Where you are and what you’re doing increasingly play key roles in how you
search the Internet. In fact, your search may just conduct itself.
This concept, called “contextual search,” is improving so gradually the
changes often go unnoticed, and we may soon forget what the world was like
without it, according to Brian
Proffitt, a technology expert and adjunct instructor of management in the
University of Notre Dame’s Mendoza College of Business.
Contextual search describes the capability for search engines to recognize a
multitude of factors beyond just the search text for which a user is seeking.
These additional criteria form the “context” in which the search is run.
Recently, contextual search has been getting a lot of attention due to interest
Utilizing contextual search, Google
Now provides information based on location, and by accessing calendar
entries and travel confirmation messages in Gmail accounts. Available on
Android for the last six months, Google Now was just released for the
“You no longer have to search for content, content
can search for you, which flips the world of search completely on its
head,” says Proffitt, who is the author of 24 books on mobile technology and
personal computing and serves as an editor and daily contributor for ReadWrite.com, one of the most widely read and
respected tech blogs in the world.
“Basically, search engines examine your request and try to figure out what
it is you really want,” Proffitt says. “The better the guess, the better the
perceived value of the search engine. In the days before computing was made
completely mobile by smartphones, tablets and netbooks, searches were only
aided by previous searches.
“Today, mobile computing is adding a new element to contextual searches,” he
says. “By knowing where and when a search is being made, contextual search
engines can infer much more about what you want and deliver more robust
answers. For example, a search for nearby restaurants at breakfast time in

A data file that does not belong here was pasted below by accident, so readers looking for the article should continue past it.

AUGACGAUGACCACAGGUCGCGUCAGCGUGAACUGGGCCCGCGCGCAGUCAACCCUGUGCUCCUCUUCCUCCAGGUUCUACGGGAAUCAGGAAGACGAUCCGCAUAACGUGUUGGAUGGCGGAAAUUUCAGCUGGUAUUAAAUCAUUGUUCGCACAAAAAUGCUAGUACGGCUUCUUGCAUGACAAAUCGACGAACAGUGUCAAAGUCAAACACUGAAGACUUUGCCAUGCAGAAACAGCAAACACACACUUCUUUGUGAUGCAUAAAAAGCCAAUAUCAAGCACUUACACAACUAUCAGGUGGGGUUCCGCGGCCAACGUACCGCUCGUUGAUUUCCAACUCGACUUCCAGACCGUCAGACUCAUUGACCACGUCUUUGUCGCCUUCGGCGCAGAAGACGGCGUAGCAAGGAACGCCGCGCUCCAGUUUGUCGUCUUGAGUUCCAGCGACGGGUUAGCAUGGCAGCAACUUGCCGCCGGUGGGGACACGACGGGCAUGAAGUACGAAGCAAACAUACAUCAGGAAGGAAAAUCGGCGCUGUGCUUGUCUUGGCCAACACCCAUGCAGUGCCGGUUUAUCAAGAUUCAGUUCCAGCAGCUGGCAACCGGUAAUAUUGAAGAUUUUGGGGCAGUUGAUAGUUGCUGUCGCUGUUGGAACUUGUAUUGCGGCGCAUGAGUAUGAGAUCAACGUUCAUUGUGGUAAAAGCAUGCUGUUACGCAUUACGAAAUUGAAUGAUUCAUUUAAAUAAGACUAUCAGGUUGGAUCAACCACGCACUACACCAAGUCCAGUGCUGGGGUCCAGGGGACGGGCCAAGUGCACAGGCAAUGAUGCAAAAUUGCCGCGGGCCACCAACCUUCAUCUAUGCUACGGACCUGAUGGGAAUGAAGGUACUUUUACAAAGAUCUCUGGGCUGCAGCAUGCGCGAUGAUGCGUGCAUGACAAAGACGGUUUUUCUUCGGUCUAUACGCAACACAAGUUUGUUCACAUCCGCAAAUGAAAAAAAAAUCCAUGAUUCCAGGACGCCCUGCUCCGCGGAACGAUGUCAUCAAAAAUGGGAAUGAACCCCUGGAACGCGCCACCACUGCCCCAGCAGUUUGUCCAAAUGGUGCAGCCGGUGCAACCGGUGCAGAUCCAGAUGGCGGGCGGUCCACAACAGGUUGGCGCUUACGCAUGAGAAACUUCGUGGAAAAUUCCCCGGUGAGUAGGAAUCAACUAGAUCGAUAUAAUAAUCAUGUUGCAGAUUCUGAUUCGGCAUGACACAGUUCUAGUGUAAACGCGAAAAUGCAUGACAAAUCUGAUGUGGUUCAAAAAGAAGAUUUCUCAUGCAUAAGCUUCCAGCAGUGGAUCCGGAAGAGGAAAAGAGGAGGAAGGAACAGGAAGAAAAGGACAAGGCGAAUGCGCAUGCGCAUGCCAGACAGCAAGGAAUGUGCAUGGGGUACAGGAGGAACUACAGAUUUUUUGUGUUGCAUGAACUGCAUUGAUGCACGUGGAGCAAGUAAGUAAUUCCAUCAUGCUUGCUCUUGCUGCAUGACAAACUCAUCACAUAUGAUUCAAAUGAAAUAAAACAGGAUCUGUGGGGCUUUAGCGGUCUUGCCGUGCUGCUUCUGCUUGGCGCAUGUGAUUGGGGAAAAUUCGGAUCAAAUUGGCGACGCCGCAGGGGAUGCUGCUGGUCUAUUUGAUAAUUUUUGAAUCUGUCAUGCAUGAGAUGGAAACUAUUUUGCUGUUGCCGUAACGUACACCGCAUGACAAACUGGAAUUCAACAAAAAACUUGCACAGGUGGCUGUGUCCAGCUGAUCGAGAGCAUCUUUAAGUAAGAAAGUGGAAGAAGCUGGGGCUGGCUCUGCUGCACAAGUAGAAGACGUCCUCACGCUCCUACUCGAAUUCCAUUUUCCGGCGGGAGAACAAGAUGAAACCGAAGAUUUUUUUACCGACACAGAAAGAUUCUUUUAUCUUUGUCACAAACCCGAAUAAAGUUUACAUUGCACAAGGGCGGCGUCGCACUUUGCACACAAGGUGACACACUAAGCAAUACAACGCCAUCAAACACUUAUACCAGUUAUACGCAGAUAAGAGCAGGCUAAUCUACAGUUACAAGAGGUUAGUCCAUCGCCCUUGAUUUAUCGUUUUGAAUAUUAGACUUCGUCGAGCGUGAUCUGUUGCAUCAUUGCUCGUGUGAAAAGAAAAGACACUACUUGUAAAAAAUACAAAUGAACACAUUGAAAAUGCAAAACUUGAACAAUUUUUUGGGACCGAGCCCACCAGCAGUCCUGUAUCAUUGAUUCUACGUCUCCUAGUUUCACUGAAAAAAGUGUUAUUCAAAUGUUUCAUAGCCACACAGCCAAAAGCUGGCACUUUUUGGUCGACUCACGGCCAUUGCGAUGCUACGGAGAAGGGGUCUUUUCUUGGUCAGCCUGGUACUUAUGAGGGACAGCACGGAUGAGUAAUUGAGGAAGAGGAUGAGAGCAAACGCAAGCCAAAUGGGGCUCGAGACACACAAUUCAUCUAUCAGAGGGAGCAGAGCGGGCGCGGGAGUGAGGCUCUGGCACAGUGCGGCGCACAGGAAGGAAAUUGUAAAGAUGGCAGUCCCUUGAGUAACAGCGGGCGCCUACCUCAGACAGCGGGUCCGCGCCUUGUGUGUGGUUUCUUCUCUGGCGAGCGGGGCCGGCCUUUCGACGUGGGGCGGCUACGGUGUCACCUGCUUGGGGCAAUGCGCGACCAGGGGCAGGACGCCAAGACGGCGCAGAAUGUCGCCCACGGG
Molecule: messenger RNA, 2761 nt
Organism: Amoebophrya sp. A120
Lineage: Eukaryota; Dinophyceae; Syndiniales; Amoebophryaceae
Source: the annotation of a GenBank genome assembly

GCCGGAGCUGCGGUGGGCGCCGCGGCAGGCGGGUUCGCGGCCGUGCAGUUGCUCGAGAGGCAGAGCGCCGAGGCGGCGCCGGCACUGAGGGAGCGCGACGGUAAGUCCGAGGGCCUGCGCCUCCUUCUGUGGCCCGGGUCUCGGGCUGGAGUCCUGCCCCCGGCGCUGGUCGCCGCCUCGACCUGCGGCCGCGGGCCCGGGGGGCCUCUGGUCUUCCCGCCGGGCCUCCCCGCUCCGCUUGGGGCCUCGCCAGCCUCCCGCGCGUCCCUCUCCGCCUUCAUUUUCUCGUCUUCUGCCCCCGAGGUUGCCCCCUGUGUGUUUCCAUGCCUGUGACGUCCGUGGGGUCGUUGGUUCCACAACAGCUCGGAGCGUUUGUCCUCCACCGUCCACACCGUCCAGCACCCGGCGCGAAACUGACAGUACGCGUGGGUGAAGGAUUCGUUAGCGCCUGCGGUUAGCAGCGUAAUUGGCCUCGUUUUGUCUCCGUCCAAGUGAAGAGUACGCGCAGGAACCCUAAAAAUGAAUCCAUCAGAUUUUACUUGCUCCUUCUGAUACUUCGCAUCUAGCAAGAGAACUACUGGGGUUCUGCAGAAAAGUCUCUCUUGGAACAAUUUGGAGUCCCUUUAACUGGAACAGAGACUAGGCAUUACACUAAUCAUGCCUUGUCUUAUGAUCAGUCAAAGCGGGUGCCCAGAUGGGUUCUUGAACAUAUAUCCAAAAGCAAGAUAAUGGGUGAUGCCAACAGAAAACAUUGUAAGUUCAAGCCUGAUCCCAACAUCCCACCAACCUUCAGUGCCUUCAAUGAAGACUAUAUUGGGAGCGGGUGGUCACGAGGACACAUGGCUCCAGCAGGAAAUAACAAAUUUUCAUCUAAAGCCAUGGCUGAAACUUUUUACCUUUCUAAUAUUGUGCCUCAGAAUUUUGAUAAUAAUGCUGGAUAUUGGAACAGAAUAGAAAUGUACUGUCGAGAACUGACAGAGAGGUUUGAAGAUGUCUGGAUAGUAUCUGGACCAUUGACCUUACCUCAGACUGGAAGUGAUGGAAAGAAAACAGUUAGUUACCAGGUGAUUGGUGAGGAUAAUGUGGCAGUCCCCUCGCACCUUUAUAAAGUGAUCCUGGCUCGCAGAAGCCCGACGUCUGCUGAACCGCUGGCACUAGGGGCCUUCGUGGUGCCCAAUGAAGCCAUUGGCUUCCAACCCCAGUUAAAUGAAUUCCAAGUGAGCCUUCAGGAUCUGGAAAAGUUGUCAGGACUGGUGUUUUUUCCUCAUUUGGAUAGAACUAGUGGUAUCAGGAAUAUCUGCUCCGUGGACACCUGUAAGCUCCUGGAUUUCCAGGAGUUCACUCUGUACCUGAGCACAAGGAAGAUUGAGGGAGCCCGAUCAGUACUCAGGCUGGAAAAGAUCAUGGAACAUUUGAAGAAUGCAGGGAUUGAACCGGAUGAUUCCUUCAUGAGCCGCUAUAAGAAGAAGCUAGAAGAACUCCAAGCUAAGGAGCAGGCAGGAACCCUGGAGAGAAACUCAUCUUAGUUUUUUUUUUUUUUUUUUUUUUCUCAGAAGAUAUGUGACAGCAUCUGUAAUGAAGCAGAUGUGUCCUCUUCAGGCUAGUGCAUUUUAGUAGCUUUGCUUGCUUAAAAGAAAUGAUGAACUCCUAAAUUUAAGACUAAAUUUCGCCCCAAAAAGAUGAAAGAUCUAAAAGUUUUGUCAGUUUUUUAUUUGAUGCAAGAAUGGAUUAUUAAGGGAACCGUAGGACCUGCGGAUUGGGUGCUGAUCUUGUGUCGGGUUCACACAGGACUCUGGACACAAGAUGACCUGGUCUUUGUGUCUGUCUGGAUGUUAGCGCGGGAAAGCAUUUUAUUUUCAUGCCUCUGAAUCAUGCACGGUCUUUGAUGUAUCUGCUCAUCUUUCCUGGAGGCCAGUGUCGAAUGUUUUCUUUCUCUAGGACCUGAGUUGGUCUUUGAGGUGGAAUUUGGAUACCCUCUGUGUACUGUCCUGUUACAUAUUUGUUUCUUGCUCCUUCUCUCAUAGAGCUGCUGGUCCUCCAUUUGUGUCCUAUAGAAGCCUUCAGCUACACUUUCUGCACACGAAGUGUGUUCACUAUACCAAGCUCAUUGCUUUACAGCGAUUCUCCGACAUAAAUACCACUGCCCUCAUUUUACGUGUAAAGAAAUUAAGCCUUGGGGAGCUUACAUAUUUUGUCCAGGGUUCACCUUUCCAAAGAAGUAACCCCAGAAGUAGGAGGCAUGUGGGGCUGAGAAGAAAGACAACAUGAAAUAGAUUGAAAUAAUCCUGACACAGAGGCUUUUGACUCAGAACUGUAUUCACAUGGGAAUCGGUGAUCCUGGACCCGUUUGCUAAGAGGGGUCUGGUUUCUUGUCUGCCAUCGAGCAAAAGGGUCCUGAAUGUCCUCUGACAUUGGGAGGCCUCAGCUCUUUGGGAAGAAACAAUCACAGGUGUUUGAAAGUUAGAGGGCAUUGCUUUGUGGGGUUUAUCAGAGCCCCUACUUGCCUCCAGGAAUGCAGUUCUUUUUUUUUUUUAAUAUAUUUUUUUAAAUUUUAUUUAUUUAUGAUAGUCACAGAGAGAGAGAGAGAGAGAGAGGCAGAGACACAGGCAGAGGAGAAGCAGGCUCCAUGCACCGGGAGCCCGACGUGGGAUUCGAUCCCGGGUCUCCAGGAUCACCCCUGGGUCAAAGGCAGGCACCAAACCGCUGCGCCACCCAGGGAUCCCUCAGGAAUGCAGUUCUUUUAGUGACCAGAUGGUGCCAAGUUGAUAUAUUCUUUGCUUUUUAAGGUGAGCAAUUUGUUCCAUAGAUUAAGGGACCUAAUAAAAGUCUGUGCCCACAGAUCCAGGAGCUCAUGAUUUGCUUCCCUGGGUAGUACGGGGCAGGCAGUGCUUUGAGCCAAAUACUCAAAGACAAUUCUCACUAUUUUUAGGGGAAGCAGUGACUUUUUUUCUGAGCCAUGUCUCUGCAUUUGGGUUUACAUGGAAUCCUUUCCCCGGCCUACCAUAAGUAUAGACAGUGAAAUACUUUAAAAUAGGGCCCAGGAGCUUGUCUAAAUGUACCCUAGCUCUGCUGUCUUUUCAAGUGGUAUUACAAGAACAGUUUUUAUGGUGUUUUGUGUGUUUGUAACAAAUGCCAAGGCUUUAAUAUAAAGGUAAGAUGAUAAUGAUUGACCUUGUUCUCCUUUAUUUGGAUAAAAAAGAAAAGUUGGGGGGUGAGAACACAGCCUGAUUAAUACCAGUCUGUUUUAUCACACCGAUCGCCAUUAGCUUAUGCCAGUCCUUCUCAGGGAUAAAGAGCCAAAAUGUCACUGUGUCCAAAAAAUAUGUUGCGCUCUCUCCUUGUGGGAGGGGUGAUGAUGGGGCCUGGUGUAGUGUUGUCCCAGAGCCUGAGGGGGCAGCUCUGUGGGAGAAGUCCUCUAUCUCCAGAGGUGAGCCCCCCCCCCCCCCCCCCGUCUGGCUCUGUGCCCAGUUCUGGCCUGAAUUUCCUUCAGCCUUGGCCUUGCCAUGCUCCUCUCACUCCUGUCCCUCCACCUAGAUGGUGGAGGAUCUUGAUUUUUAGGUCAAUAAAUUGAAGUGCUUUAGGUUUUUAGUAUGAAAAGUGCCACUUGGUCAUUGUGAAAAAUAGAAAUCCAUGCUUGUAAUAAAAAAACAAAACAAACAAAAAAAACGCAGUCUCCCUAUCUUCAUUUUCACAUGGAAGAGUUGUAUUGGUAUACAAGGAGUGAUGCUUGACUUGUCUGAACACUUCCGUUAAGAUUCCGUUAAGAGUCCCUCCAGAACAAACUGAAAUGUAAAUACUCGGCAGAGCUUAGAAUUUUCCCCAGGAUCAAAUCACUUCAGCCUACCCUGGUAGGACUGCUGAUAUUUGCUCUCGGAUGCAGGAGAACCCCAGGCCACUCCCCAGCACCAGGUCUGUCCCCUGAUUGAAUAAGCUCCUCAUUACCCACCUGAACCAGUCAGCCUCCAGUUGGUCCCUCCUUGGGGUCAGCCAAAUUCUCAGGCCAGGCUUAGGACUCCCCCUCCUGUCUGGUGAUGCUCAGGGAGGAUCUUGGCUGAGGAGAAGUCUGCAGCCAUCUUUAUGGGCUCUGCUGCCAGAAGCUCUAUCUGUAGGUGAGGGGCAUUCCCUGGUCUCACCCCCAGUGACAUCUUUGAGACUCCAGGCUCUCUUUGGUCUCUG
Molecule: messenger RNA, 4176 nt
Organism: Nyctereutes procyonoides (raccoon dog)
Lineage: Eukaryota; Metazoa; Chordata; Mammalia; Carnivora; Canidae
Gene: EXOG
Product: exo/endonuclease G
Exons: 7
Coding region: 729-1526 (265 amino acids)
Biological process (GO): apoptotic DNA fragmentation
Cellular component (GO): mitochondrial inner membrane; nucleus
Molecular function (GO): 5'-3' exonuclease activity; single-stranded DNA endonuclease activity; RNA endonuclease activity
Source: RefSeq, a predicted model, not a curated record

Chicago will give you much different answers than the exact same search in
Tokyo at midnight.”
Context can include more than location and time. Search engines will also
account for other users’ searches made in the same place and even the known
interests of the user.
“Someday soon,” Proffitt says, “you’ll watch a trailer of the latest
romantic movie, and the next time you search for movie times at the local
theater, that movie will be prominently displayed.”
Also on the horizon, contextual searches may be teamed up with the Internet
of Things, a euphemism used to describe an inter-connected network of
devices large and small, reporting data on what’s going on around them.
“Imagine a part in your car sending a malfunction signal that schedules your
car for a repair appointment,” Proffitt says, “followed up by an automated
function that checks your calendar online and schedules the appointment for
you. Or, consider a hydro-sensor in your garden that sends you a message to let
you know the plants need more water.”
This is just the tip of what the Internet of Things will do, according to
“Coupled with contextual searching, it could transform our online experience
to something where, instead of us searching for knowledge, objects and machines
around us will be delivering information to us or taking direct action,” he
says. “Clothes could grow more opaque if the UV rating is too high on a given
day. Pricing information for a new TV in the electronics store might display
right on your phone. Nutrition information for cupcakes in your favorite
“It will all be there at your fingertips.”
Contact: Brian Proffitt, 574-383-9257, firstname.lastname@example.org